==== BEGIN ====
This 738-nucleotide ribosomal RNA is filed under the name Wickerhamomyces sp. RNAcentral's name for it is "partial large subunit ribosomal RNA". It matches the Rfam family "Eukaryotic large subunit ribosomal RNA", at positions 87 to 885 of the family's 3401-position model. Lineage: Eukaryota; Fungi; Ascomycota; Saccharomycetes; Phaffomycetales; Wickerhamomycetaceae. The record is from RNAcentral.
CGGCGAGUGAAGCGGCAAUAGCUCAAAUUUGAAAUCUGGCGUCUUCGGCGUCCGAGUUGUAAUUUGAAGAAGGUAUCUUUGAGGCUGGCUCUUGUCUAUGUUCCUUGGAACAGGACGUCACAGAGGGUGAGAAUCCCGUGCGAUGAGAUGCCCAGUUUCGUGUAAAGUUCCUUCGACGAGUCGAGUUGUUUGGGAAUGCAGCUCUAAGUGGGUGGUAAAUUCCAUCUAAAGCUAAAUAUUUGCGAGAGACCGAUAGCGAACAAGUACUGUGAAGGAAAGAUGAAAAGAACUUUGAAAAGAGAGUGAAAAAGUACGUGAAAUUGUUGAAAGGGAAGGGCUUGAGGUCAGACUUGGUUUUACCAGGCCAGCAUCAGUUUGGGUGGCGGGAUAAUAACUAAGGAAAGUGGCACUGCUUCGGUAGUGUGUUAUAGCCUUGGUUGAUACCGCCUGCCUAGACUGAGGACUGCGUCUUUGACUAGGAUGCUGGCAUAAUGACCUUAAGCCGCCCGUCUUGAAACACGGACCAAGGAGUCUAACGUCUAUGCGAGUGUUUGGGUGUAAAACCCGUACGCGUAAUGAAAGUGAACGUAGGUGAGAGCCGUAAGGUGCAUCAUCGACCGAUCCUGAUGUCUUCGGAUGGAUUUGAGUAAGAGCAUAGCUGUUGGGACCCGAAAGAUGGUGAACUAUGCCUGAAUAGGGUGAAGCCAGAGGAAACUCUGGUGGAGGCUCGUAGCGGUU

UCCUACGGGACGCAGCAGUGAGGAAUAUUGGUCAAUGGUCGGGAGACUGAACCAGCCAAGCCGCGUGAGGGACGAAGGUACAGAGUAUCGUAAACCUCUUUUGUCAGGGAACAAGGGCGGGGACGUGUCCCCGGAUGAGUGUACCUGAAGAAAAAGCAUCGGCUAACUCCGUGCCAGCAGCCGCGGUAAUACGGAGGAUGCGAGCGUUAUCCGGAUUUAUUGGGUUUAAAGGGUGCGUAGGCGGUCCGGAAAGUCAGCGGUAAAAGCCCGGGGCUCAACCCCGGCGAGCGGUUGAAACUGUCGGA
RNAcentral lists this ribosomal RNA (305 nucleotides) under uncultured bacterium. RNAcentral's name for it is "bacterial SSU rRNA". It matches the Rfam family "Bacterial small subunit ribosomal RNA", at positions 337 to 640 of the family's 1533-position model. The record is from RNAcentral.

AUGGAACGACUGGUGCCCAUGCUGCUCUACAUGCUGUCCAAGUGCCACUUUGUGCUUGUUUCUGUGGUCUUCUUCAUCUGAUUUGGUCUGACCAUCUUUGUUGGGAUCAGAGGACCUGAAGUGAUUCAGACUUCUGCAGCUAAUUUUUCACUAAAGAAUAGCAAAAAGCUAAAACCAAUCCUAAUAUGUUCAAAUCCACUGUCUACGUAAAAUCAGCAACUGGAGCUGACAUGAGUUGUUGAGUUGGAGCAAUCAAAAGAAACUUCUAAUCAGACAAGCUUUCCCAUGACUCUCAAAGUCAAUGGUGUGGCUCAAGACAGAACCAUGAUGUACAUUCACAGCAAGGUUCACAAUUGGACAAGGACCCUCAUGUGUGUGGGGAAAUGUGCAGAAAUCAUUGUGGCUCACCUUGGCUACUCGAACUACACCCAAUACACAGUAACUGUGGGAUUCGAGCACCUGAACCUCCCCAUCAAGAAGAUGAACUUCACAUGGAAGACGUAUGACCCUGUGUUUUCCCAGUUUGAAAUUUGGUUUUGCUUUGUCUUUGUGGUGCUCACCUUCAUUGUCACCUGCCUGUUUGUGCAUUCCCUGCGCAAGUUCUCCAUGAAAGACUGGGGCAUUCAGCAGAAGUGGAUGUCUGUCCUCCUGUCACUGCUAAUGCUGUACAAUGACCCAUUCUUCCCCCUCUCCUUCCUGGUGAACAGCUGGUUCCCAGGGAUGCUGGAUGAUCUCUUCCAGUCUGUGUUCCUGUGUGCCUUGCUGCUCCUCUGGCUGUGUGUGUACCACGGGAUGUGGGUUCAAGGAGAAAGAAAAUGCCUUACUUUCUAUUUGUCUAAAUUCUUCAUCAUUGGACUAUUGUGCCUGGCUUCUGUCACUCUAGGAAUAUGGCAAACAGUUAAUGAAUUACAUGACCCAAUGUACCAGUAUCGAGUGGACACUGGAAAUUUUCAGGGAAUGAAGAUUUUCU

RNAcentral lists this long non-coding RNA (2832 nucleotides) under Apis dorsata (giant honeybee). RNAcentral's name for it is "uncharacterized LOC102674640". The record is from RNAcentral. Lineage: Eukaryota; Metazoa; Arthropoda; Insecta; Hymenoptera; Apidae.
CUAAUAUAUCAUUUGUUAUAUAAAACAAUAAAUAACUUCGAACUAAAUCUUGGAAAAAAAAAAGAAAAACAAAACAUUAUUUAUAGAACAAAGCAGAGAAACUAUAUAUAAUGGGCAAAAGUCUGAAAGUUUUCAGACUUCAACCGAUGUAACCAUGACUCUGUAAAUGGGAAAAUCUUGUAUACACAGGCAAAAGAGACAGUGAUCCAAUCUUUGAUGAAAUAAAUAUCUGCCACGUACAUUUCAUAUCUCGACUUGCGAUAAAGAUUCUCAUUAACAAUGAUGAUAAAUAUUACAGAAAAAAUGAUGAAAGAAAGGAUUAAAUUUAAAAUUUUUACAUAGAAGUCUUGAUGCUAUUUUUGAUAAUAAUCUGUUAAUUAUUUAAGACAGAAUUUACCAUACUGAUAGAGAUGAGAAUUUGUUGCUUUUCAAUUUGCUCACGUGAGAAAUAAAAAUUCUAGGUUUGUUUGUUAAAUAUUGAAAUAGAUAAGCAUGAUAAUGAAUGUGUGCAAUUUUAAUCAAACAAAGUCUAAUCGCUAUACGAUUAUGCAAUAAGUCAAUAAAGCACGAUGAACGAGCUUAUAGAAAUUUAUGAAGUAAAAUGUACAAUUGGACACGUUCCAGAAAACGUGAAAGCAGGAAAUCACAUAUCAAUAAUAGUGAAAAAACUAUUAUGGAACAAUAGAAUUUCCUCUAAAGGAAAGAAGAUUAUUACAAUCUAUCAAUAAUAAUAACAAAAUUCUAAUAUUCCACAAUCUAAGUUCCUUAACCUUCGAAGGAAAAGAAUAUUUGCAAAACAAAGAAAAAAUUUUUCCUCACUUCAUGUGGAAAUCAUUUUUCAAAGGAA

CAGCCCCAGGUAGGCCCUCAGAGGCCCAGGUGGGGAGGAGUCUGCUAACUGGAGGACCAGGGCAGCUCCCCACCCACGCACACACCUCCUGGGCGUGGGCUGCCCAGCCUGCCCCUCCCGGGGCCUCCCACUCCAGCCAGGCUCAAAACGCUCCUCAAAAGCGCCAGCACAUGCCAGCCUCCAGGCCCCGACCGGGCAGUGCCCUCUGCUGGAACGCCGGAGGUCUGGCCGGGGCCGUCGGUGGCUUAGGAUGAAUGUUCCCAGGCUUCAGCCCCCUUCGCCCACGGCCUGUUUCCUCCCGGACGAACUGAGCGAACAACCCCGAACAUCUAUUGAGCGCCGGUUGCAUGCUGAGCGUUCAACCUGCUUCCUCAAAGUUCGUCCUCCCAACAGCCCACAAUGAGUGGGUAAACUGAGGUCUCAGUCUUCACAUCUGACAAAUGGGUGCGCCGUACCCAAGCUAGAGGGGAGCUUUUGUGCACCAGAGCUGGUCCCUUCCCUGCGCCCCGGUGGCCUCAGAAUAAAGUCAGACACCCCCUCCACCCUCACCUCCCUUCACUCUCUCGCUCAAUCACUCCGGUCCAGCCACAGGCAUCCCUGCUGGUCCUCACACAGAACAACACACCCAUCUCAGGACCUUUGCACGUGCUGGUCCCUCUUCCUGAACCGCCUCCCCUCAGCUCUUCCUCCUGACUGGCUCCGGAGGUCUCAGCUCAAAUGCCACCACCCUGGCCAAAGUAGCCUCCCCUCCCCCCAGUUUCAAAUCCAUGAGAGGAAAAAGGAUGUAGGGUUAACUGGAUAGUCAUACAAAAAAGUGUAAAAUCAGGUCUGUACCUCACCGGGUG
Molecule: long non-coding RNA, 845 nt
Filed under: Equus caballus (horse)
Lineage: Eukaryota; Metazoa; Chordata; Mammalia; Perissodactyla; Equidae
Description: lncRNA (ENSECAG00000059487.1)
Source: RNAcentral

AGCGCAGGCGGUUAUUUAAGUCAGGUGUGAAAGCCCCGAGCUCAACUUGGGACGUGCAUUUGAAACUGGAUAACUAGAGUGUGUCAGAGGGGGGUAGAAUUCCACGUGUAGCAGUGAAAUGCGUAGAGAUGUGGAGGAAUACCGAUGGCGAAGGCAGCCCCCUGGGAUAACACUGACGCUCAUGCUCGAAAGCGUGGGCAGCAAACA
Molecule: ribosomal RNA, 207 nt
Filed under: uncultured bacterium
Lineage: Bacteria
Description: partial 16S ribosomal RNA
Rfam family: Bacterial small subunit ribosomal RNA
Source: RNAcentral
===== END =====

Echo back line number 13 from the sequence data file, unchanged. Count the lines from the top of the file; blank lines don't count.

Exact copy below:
Source: RNAcentral